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SUMMARY: If Montanans care about education, wouldn't we see greater participation in school elections? Perhaps this year we will.

Public concern about education was a constant theme of the recent 90-day session of the Montana Legislature. Education also ranked high among issues prominent in last fall's state and national elections.

But how much do Montanans really care about their schools?

Doubt arises because, when it comes to one of the easiest ways to demonstrate real interest, Montanans have a long track record of registering disinterest. Barring some dramatic break from tradition, relatively few Montanans will even bother to vote in school elections held throughout the state today.

While Montanans typically boast some of the highest voter-turnout numbers in the country in general elections, turnout for elections deciding school board races and local school taxes often runs astonishingly low. It's a good school board election in which one in four eligible voters casts a ballot.

Different people have offered differing interpretations of low participation in school elections. Some people read into the numbers a general public satisfaction with schools - the idea being unhappy people are more likely to vote than content ones. Others conclude the opposite - that voters are, in effect, casting no-confidence votes by staying away from the polls. Neither argument seems very plausible.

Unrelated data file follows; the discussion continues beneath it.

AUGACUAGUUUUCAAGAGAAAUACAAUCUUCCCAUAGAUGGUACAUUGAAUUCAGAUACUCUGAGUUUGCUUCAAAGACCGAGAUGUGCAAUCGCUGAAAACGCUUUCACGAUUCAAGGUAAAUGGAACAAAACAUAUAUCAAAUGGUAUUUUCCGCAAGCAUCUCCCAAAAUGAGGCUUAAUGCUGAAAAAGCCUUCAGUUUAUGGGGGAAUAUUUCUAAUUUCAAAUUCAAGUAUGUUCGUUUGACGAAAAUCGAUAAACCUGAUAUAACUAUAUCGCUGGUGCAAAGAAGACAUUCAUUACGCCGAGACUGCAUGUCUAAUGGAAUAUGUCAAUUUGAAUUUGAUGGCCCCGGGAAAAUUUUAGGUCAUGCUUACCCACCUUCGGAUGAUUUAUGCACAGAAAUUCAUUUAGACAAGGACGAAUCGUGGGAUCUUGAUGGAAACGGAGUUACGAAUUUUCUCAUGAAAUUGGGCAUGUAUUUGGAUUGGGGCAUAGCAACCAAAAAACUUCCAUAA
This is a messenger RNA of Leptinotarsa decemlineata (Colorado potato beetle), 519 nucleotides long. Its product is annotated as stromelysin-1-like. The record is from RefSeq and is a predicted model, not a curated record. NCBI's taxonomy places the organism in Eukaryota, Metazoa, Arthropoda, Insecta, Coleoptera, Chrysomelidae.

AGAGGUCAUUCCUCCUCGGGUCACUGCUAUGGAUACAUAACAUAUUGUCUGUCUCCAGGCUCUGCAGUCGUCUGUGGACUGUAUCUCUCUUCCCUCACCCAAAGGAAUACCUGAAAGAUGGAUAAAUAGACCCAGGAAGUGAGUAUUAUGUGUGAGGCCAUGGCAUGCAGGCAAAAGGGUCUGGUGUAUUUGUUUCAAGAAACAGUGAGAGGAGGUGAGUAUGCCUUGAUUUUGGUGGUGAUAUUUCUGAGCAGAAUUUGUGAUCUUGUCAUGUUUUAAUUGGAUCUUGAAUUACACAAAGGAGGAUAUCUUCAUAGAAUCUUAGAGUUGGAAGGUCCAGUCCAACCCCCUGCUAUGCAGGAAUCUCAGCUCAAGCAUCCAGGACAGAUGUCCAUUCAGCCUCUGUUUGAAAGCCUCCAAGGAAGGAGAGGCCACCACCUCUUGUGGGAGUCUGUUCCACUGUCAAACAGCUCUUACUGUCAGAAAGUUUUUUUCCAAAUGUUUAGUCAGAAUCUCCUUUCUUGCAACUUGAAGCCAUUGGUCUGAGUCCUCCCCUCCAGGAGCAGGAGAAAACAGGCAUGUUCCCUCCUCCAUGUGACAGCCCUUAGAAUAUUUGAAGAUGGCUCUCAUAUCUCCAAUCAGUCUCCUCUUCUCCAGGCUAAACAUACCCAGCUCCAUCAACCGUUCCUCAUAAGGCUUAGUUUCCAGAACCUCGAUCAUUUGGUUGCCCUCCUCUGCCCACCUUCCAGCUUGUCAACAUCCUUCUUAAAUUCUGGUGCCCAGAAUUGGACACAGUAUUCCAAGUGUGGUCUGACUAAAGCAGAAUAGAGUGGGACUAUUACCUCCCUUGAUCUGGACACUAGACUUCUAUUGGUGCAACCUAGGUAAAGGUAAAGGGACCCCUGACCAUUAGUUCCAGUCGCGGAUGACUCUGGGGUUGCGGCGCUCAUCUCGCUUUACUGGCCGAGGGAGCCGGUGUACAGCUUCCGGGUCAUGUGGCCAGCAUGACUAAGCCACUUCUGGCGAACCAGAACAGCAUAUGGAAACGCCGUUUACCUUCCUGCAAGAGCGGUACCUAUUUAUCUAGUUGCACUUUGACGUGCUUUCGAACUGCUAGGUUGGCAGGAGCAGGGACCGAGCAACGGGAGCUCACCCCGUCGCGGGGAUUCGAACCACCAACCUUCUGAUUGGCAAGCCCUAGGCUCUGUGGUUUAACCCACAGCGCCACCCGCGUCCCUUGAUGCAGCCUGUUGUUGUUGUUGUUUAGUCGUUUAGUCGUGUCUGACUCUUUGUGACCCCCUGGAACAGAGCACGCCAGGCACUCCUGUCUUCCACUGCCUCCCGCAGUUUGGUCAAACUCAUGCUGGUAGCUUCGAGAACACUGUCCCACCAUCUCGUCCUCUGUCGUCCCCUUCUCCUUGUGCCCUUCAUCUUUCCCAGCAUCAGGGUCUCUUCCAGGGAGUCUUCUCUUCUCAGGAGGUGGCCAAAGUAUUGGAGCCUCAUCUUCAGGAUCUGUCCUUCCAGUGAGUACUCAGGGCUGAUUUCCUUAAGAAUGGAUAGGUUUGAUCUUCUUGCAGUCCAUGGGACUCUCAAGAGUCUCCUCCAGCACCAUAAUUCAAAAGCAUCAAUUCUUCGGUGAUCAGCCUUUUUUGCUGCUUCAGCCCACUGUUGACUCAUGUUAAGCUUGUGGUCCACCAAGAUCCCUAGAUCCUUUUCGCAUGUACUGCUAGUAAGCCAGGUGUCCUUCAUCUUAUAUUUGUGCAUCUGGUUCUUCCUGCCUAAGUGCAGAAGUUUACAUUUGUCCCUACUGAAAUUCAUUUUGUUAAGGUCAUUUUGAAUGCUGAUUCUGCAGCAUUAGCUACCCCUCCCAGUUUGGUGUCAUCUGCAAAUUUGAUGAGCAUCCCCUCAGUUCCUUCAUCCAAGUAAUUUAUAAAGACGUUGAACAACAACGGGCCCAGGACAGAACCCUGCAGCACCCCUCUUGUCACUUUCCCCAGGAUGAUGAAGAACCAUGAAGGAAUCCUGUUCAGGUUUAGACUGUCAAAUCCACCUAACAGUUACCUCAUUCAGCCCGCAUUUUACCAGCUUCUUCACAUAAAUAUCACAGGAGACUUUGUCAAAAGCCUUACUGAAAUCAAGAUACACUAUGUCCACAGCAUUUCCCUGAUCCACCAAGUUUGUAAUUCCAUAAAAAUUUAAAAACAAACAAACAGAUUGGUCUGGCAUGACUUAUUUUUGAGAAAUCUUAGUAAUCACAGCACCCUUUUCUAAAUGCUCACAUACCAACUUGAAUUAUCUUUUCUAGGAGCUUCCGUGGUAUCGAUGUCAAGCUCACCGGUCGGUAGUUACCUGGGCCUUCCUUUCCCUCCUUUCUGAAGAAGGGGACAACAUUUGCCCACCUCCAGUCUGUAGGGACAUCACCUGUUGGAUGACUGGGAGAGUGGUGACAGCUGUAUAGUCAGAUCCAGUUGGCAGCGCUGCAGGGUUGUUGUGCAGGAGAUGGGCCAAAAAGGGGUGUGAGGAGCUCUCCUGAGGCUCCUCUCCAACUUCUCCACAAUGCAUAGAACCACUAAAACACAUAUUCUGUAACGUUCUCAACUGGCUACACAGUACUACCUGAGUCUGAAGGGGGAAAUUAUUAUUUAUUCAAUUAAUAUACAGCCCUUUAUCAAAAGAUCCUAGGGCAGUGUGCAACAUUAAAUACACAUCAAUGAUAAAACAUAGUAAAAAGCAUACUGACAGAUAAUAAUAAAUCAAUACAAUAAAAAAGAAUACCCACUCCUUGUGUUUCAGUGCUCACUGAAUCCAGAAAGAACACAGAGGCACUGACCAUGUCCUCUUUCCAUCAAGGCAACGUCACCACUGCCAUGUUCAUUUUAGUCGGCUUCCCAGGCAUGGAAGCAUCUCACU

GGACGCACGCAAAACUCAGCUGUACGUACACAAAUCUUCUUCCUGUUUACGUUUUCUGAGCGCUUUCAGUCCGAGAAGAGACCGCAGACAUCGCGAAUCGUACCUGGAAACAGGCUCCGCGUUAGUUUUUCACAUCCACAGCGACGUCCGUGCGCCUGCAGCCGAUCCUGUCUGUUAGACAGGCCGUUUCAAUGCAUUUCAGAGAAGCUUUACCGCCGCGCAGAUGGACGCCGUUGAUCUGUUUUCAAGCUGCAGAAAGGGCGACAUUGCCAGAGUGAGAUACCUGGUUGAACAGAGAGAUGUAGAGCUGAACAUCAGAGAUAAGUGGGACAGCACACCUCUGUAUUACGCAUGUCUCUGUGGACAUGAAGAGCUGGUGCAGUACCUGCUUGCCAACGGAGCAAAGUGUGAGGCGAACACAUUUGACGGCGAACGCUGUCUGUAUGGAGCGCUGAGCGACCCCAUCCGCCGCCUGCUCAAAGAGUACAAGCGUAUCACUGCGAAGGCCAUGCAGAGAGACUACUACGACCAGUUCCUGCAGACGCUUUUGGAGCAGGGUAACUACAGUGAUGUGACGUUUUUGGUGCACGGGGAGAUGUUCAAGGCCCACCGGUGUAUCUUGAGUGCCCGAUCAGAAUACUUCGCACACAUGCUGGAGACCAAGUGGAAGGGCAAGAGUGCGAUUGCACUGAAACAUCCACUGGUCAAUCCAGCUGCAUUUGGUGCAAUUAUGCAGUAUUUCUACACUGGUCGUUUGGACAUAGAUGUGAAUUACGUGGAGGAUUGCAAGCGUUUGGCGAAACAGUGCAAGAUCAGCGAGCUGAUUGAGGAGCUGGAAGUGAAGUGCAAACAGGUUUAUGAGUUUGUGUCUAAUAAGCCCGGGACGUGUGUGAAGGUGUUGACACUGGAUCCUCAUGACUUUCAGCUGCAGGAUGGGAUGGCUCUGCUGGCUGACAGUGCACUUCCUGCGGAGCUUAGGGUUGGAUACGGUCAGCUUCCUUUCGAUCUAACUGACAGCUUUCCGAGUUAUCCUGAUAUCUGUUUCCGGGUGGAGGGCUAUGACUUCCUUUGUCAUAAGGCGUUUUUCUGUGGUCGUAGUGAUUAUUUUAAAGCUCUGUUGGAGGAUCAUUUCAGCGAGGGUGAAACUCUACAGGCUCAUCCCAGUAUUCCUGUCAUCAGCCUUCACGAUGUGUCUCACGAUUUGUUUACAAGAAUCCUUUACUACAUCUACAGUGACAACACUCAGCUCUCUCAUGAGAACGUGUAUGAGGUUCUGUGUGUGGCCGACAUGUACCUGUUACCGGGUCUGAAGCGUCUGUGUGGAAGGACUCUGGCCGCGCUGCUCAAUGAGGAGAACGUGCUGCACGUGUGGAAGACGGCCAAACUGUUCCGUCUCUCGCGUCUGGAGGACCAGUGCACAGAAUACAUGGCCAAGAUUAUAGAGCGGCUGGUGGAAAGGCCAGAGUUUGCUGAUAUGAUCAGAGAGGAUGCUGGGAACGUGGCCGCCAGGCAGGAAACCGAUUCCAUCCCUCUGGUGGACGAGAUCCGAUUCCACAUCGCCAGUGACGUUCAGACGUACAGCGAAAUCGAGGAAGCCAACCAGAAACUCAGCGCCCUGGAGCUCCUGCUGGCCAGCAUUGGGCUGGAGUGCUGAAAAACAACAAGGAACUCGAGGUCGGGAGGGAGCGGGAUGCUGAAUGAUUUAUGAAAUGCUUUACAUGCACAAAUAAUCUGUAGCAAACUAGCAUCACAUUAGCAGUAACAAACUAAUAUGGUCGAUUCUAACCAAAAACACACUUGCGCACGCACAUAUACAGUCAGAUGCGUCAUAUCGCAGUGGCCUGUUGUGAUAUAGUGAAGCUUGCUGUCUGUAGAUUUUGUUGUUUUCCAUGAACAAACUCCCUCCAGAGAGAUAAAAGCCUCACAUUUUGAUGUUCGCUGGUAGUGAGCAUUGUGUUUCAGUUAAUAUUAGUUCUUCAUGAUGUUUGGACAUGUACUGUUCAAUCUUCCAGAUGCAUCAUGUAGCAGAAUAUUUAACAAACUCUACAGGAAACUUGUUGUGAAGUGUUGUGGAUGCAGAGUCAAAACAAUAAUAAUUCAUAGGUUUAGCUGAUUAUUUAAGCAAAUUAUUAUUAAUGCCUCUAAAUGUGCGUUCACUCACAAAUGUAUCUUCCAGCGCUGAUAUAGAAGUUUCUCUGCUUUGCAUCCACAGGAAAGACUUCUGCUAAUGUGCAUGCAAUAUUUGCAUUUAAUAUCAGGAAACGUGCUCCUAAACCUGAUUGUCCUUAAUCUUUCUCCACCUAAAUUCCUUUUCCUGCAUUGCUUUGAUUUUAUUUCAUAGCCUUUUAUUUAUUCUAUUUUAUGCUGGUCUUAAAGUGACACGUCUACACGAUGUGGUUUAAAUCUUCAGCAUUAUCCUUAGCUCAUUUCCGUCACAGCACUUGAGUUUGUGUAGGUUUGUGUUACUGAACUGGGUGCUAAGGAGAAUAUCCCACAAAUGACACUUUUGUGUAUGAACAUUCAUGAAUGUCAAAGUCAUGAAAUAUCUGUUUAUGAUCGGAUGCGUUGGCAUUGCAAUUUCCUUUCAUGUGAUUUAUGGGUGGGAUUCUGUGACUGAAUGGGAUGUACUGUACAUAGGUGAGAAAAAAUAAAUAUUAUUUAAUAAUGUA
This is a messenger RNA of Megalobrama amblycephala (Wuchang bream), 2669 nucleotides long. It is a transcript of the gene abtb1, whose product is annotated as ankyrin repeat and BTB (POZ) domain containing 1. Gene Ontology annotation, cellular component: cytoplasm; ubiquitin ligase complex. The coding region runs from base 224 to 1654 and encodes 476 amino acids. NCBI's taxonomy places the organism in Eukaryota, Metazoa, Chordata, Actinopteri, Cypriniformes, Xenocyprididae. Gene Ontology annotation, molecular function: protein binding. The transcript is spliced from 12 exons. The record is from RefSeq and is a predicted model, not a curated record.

What seems more likely is that while almost everyone has some interest in education and taxes and various social and economic issues associated with education, those concerns somehow don't translate into specific interest in the school down the road or the board running it. It's as if many people are focused on the big picture - principles of education or their overall tax bills - without seeing the small picture - who's running their local school and what's happening at the classroom level.

President Bush is placing a high priority on education reform. But the central element of his reform plans is increased proficiency tests to make schools more accountable. Accountable to whom, though? How can we make schools more accountable if only a small fraction of the public bothers to use the one surefire tool for holding public institutions accountable - the ballot?

Perhaps, however, we are looking backward. Maybe increased attention and debate about education, taxes and associated issues will, indeed, send more people to the polls today. Maybe we'll see a surge of voter interest that will confirm the importance Montanans place on education.

We can only hope.

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